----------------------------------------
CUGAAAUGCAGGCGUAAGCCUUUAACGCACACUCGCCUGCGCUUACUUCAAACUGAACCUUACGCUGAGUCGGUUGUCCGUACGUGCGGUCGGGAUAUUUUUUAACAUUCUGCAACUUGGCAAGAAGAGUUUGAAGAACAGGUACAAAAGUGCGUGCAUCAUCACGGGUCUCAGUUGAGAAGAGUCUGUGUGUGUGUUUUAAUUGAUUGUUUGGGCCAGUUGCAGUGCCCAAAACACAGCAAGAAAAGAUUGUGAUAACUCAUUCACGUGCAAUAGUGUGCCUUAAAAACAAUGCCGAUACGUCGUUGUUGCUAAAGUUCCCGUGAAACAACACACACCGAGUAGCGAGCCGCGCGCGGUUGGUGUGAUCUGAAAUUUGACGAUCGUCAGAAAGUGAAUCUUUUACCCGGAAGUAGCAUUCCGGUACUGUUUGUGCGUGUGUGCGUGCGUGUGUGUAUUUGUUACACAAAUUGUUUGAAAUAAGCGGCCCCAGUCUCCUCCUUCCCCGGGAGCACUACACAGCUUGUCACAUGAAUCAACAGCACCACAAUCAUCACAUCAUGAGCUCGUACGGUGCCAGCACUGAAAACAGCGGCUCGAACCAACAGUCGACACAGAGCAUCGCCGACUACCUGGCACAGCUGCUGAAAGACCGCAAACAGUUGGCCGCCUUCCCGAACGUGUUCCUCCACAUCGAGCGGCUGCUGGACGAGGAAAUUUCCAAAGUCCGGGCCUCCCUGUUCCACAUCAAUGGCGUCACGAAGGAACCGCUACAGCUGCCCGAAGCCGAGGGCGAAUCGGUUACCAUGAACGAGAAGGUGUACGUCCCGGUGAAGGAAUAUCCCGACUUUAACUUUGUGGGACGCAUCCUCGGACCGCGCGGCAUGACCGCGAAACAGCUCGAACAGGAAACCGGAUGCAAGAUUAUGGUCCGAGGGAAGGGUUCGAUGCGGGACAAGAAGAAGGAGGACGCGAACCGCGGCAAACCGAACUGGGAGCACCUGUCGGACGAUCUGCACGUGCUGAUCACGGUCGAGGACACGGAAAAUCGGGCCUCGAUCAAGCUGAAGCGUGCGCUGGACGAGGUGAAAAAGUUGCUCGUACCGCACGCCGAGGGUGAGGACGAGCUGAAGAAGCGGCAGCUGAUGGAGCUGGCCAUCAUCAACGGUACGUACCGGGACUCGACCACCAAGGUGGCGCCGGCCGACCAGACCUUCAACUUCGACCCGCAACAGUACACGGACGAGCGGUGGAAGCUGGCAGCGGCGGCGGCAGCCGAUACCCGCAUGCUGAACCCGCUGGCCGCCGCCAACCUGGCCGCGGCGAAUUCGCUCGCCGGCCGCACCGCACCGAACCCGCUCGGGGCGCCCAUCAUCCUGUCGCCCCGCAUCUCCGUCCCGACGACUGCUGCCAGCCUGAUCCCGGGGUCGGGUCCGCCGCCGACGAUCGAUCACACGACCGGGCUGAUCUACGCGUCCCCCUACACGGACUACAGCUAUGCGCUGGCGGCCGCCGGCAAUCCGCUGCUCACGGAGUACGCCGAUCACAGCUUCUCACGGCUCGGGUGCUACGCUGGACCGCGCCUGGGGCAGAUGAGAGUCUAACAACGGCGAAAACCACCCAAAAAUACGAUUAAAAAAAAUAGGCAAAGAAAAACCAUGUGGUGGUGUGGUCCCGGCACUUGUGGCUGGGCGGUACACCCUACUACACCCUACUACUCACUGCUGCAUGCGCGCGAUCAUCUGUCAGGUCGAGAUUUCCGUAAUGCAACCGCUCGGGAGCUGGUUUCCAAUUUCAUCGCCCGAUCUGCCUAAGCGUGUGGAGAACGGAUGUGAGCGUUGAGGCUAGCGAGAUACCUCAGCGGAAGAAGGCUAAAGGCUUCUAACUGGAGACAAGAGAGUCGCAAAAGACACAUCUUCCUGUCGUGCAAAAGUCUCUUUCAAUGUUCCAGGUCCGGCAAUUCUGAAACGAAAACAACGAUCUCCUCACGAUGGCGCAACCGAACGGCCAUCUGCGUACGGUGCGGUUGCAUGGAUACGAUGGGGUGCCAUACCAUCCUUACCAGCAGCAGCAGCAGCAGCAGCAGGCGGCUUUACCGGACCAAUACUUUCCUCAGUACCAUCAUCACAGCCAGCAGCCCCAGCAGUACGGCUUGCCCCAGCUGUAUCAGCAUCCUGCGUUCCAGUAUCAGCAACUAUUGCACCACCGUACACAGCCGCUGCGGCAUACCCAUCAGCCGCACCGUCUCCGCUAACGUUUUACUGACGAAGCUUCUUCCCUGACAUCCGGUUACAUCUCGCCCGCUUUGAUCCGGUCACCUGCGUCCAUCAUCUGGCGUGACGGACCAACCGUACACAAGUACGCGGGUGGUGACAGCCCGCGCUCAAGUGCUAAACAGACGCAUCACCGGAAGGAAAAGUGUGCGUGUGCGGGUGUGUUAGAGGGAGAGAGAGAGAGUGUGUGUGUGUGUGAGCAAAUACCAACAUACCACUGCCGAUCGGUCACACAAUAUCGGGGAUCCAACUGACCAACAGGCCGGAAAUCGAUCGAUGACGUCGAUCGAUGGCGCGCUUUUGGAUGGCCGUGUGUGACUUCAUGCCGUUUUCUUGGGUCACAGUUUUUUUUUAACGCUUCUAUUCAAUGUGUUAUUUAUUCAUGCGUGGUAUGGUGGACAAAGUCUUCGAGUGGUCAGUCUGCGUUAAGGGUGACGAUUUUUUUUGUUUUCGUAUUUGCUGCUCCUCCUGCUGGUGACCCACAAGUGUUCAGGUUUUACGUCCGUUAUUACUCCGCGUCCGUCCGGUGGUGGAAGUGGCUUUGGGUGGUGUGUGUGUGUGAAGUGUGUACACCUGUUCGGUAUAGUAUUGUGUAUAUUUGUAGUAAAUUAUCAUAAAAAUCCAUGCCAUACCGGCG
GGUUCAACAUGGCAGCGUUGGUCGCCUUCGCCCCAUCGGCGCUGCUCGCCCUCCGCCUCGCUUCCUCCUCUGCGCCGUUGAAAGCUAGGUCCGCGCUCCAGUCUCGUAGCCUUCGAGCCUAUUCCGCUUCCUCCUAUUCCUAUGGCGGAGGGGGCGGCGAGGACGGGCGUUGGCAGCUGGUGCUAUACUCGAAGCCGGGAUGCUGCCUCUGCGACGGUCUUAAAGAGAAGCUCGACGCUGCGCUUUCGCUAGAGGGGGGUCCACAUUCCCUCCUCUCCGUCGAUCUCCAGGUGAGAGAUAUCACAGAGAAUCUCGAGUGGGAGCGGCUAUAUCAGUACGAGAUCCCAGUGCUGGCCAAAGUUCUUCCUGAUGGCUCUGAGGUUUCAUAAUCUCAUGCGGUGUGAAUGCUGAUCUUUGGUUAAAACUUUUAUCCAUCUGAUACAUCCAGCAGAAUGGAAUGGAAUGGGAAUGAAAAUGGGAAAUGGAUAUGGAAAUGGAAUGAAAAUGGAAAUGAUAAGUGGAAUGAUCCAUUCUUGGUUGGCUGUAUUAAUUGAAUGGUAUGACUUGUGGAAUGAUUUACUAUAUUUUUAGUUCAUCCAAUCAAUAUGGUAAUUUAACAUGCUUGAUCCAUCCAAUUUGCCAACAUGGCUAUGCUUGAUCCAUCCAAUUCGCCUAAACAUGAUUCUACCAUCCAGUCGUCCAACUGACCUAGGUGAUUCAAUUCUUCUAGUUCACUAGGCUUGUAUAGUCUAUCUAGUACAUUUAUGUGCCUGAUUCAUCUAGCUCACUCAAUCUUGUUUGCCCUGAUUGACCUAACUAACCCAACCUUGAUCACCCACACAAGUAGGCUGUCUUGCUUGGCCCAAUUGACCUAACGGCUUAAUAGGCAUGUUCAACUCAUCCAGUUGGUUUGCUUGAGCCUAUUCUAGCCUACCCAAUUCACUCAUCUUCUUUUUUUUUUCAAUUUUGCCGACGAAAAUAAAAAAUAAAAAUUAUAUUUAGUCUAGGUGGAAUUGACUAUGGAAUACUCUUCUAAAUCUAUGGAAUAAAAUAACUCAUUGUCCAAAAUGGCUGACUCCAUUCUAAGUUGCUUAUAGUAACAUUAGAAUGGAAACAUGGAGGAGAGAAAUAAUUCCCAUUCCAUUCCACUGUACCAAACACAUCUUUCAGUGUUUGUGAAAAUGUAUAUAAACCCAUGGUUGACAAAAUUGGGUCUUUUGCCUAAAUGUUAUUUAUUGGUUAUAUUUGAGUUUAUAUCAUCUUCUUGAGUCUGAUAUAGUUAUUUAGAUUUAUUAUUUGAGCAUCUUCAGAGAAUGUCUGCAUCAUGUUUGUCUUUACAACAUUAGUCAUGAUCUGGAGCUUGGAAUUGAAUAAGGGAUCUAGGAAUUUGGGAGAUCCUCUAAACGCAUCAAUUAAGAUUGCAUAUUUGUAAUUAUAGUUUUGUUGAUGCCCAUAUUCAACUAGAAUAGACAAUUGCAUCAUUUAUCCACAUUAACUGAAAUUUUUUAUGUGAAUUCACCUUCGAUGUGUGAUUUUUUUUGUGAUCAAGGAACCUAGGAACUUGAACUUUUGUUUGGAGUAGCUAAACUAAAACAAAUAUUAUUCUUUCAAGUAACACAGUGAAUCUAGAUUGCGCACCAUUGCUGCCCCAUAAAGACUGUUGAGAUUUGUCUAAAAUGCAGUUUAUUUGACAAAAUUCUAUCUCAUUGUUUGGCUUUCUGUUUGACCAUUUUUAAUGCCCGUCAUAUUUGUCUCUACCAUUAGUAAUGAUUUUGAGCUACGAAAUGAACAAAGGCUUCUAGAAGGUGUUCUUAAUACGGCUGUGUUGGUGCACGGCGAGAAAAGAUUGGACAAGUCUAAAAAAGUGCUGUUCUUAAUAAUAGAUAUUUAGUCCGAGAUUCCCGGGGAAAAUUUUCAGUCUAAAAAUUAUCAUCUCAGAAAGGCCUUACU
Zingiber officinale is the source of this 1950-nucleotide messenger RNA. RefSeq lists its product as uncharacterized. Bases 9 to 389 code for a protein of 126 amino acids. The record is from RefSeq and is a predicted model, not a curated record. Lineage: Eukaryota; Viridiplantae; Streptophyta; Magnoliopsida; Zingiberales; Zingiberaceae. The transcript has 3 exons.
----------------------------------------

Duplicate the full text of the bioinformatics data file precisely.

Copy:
CUGAAAUGCAGGCGUAAGCCUUUAACGCACACUCGCCUGCGCUUACUUCAAACUGAACCUUACGCUGAGUCGGUUGUCCGUACGUGCGGUCGGGAUAUUUUUUAACAUUCUGCAACUUGGCAAGAAGAGUUUGAAGAACAGGUACAAAAGUGCGUGCAUCAUCACGGGUCUCAGUUGAGAAGAGUCUGUGUGUGUGUUUUAAUUGAUUGUUUGGGCCAGUUGCAGUGCCCAAAACACAGCAAGAAAAGAUUGUGAUAACUCAUUCACGUGCAAUAGUGUGCCUUAAAAACAAUGCCGAUACGUCGUUGUUGCUAAAGUUCCCGUGAAACAACACACACCGAGUAGCGAGCCGCGCGCGGUUGGUGUGAUCUGAAAUUUGACGAUCGUCAGAAAGUGAAUCUUUUACCCGGAAGUAGCAUUCCGGUACUGUUUGUGCGUGUGUGCGUGCGUGUGUGUAUUUGUUACACAAAUUGUUUGAAAUAAGCGGCCCCAGUCUCCUCCUUCCCCGGGAGCACUACACAGCUUGUCACAUGAAUCAACAGCACCACAAUCAUCACAUCAUGAGCUCGUACGGUGCCAGCACUGAAAACAGCGGCUCGAACCAACAGUCGACACAGAGCAUCGCCGACUACCUGGCACAGCUGCUGAAAGACCGCAAACAGUUGGCCGCCUUCCCGAACGUGUUCCUCCACAUCGAGCGGCUGCUGGACGAGGAAAUUUCCAAAGUCCGGGCCUCCCUGUUCCACAUCAAUGGCGUCACGAAGGAACCGCUACAGCUGCCCGAAGCCGAGGGCGAAUCGGUUACCAUGAACGAGAAGGUGUACGUCCCGGUGAAGGAAUAUCCCGACUUUAACUUUGUGGGACGCAUCCUCGGACCGCGCGGCAUGACCGCGAAACAGCUCGAACAGGAAACCGGAUGCAAGAUUAUGGUCCGAGGGAAGGGUUCGAUGCGGGACAAGAAGAAGGAGGACGCGAACCGCGGCAAACCGAACUGGGAGCACCUGUCGGACGAUCUGCACGUGCUGAUCACGGUCGAGGACACGGAAAAUCGGGCCUCGAUCAAGCUGAAGCGUGCGCUGGACGAGGUGAAAAAGUUGCUCGUACCGCACGCCGAGGGUGAGGACGAGCUGAAGAAGCGGCAGCUGAUGGAGCUGGCCAUCAUCAACGGUACGUACCGGGACUCGACCACCAAGGUGGCGCCGGCCGACCAGACCUUCAACUUCGACCCGCAACAGUACACGGACGAGCGGUGGAAGCUGGCAGCGGCGGCGGCAGCCGAUACCCGCAUGCUGAACCCGCUGGCCGCCGCCAACCUGGCCGCGGCGAAUUCGCUCGCCGGCCGCACCGCACCGAACCCGCUCGGGGCGCCCAUCAUCCUGUCGCCCCGCAUCUCCGUCCCGACGACUGCUGCCAGCCUGAUCCCGGGGUCGGGUCCGCCGCCGACGAUCGAUCACACGACCGGGCUGAUCUACGCGUCCCCCUACACGGACUACAGCUAUGCGCUGGCGGCCGCCGGCAAUCCGCUGCUCACGGAGUACGCCGAUCACAGCUUCUCACGGCUCGGGUGCUACGCUGGACCGCGCCUGGGGCAGAUGAGAGUCUAACAACGGCGAAAACCACCCAAAAAUACGAUUAAAAAAAAUAGGCAAAGAAAAACCAUGUGGUGGUGUGGUCCCGGCACUUGUGGCUGGGCGGUACACCCUACUACACCCUACUACUCACUGCUGCAUGCGCGCGAUCAUCUGUCAGGUCGAGAUUUCCGUAAUGCAACCGCUCGGGAGCUGGUUUCCAAUUUCAUCGCCCGAUCUGCCUAAGCGUGUGGAGAACGGAUGUGAGCGUUGAGGCUAGCGAGAUACCUCAGCGGAAGAAGGCUAAAGGCUUCUAACUGGAGACAAGAGAGUCGCAAAAGACACAUCUUCCUGUCGUGCAAAAGUCUCUUUCAAUGUUCCAGGUCCGGCAAUUCUGAAACGAAAACAACGAUCUCCUCACGAUGGCGCAACCGAACGGCCAUCUGCGUACGGUGCGGUUGCAUGGAUACGAUGGGGUGCCAUACCAUCCUUACCAGCAGCAGCAGCAGCAGCAGCAGGCGGCUUUACCGGACCAAUACUUUCCUCAGUACCAUCAUCACAGCCAGCAGCCCCAGCAGUACGGCUUGCCCCAGCUGUAUCAGCAUCCUGCGUUCCAGUAUCAGCAACUAUUGCACCACCGUACACAGCCGCUGCGGCAUACCCAUCAGCCGCACCGUCUCCGCUAACGUUUUACUGACGAAGCUUCUUCCCUGACAUCCGGUUACAUCUCGCCCGCUUUGAUCCGGUCACCUGCGUCCAUCAUCUGGCGUGACGGACCAACCGUACACAAGUACGCGGGUGGUGACAGCCCGCGCUCAAGUGCUAAACAGACGCAUCACCGGAAGGAAAAGUGUGCGUGUGCGGGUGUGUUAGAGGGAGAGAGAGAGAGUGUGUGUGUGUGUGAGCAAAUACCAACAUACCACUGCCGAUCGGUCACACAAUAUCGGGGAUCCAACUGACCAACAGGCCGGAAAUCGAUCGAUGACGUCGAUCGAUGGCGCGCUUUUGGAUGGCCGUGUGUGACUUCAUGCCGUUUUCUUGGGUCACAGUUUUUUUUUAACGCUUCUAUUCAAUGUGUUAUUUAUUCAUGCGUGGUAUGGUGGACAAAGUCUUCGAGUGGUCAGUCUGCGUUAAGGGUGACGAUUUUUUUUGUUUUCGUAUUUGCUGCUCCUCCUGCUGGUGACCCACAAGUGUUCAGGUUUUACGUCCGUUAUUACUCCGCGUCCGUCCGGUGGUGGAAGUGGCUUUGGGUGGUGUGUGUGUGUGAAGUGUGUACACCUGUUCGGUAUAGUAUUGUGUAUAUUUGUAGUAAAUUAUCAUAAAAAUCCAUGCCAUACCGGCG
GGUUCAACAUGGCAGCGUUGGUCGCCUUCGCCCCAUCGGCGCUGCUCGCCCUCCGCCUCGCUUCCUCCUCUGCGCCGUUGAAAGCUAGGUCCGCGCUCCAGUCUCGUAGCCUUCGAGCCUAUUCCGCUUCCUCCUAUUCCUAUGGCGGAGGGGGCGGCGAGGACGGGCGUUGGCAGCUGGUGCUAUACUCGAAGCCGGGAUGCUGCCUCUGCGACGGUCUUAAAGAGAAGCUCGACGCUGCGCUUUCGCUAGAGGGGGGUCCACAUUCCCUCCUCUCCGUCGAUCUCCAGGUGAGAGAUAUCACAGAGAAUCUCGAGUGGGAGCGGCUAUAUCAGUACGAGAUCCCAGUGCUGGCCAAAGUUCUUCCUGAUGGCUCUGAGGUUUCAUAAUCUCAUGCGGUGUGAAUGCUGAUCUUUGGUUAAAACUUUUAUCCAUCUGAUACAUCCAGCAGAAUGGAAUGGAAUGGGAAUGAAAAUGGGAAAUGGAUAUGGAAAUGGAAUGAAAAUGGAAAUGAUAAGUGGAAUGAUCCAUUCUUGGUUGGCUGUAUUAAUUGAAUGGUAUGACUUGUGGAAUGAUUUACUAUAUUUUUAGUUCAUCCAAUCAAUAUGGUAAUUUAACAUGCUUGAUCCAUCCAAUUUGCCAACAUGGCUAUGCUUGAUCCAUCCAAUUCGCCUAAACAUGAUUCUACCAUCCAGUCGUCCAACUGACCUAGGUGAUUCAAUUCUUCUAGUUCACUAGGCUUGUAUAGUCUAUCUAGUACAUUUAUGUGCCUGAUUCAUCUAGCUCACUCAAUCUUGUUUGCCCUGAUUGACCUAACUAACCCAACCUUGAUCACCCACACAAGUAGGCUGUCUUGCUUGGCCCAAUUGACCUAACGGCUUAAUAGGCAUGUUCAACUCAUCCAGUUGGUUUGCUUGAGCCUAUUCUAGCCUACCCAAUUCACUCAUCUUCUUUUUUUUUUCAAUUUUGCCGACGAAAAUAAAAAAUAAAAAUUAUAUUUAGUCUAGGUGGAAUUGACUAUGGAAUACUCUUCUAAAUCUAUGGAAUAAAAUAACUCAUUGUCCAAAAUGGCUGACUCCAUUCUAAGUUGCUUAUAGUAACAUUAGAAUGGAAACAUGGAGGAGAGAAAUAAUUCCCAUUCCAUUCCACUGUACCAAACACAUCUUUCAGUGUUUGUGAAAAUGUAUAUAAACCCAUGGUUGACAAAAUUGGGUCUUUUGCCUAAAUGUUAUUUAUUGGUUAUAUUUGAGUUUAUAUCAUCUUCUUGAGUCUGAUAUAGUUAUUUAGAUUUAUUAUUUGAGCAUCUUCAGAGAAUGUCUGCAUCAUGUUUGUCUUUACAACAUUAGUCAUGAUCUGGAGCUUGGAAUUGAAUAAGGGAUCUAGGAAUUUGGGAGAUCCUCUAAACGCAUCAAUUAAGAUUGCAUAUUUGUAAUUAUAGUUUUGUUGAUGCCCAUAUUCAACUAGAAUAGACAAUUGCAUCAUUUAUCCACAUUAACUGAAAUUUUUUAUGUGAAUUCACCUUCGAUGUGUGAUUUUUUUUGUGAUCAAGGAACCUAGGAACUUGAACUUUUGUUUGGAGUAGCUAAACUAAAACAAAUAUUAUUCUUUCAAGUAACACAGUGAAUCUAGAUUGCGCACCAUUGCUGCCCCAUAAAGACUGUUGAGAUUUGUCUAAAAUGCAGUUUAUUUGACAAAAUUCUAUCUCAUUGUUUGGCUUUCUGUUUGACCAUUUUUAAUGCCCGUCAUAUUUGUCUCUACCAUUAGUAAUGAUUUUGAGCUACGAAAUGAACAAAGGCUUCUAGAAGGUGUUCUUAAUACGGCUGUGUUGGUGCACGGCGAGAAAAGAUUGGACAAGUCUAAAAAAGUGCUGUUCUUAAUAAUAGAUAUUUAGUCCGAGAUUCCCGGGGAAAAUUUUCAGUCUAAAAAUUAUCAUCUCAGAAAGGCCUUACU
Zingiber officinale is the source of this 1950-nucleotide messenger RNA. RefSeq lists its product as uncharacterized. Bases 9 to 389 code for a protein of 126 amino acids. The record is from RefSeq and is a predicted model, not a curated record. Lineage: Eukaryota; Viridiplantae; Streptophyta; Magnoliopsida; Zingiberales; Zingiberaceae. The transcript has 3 exons.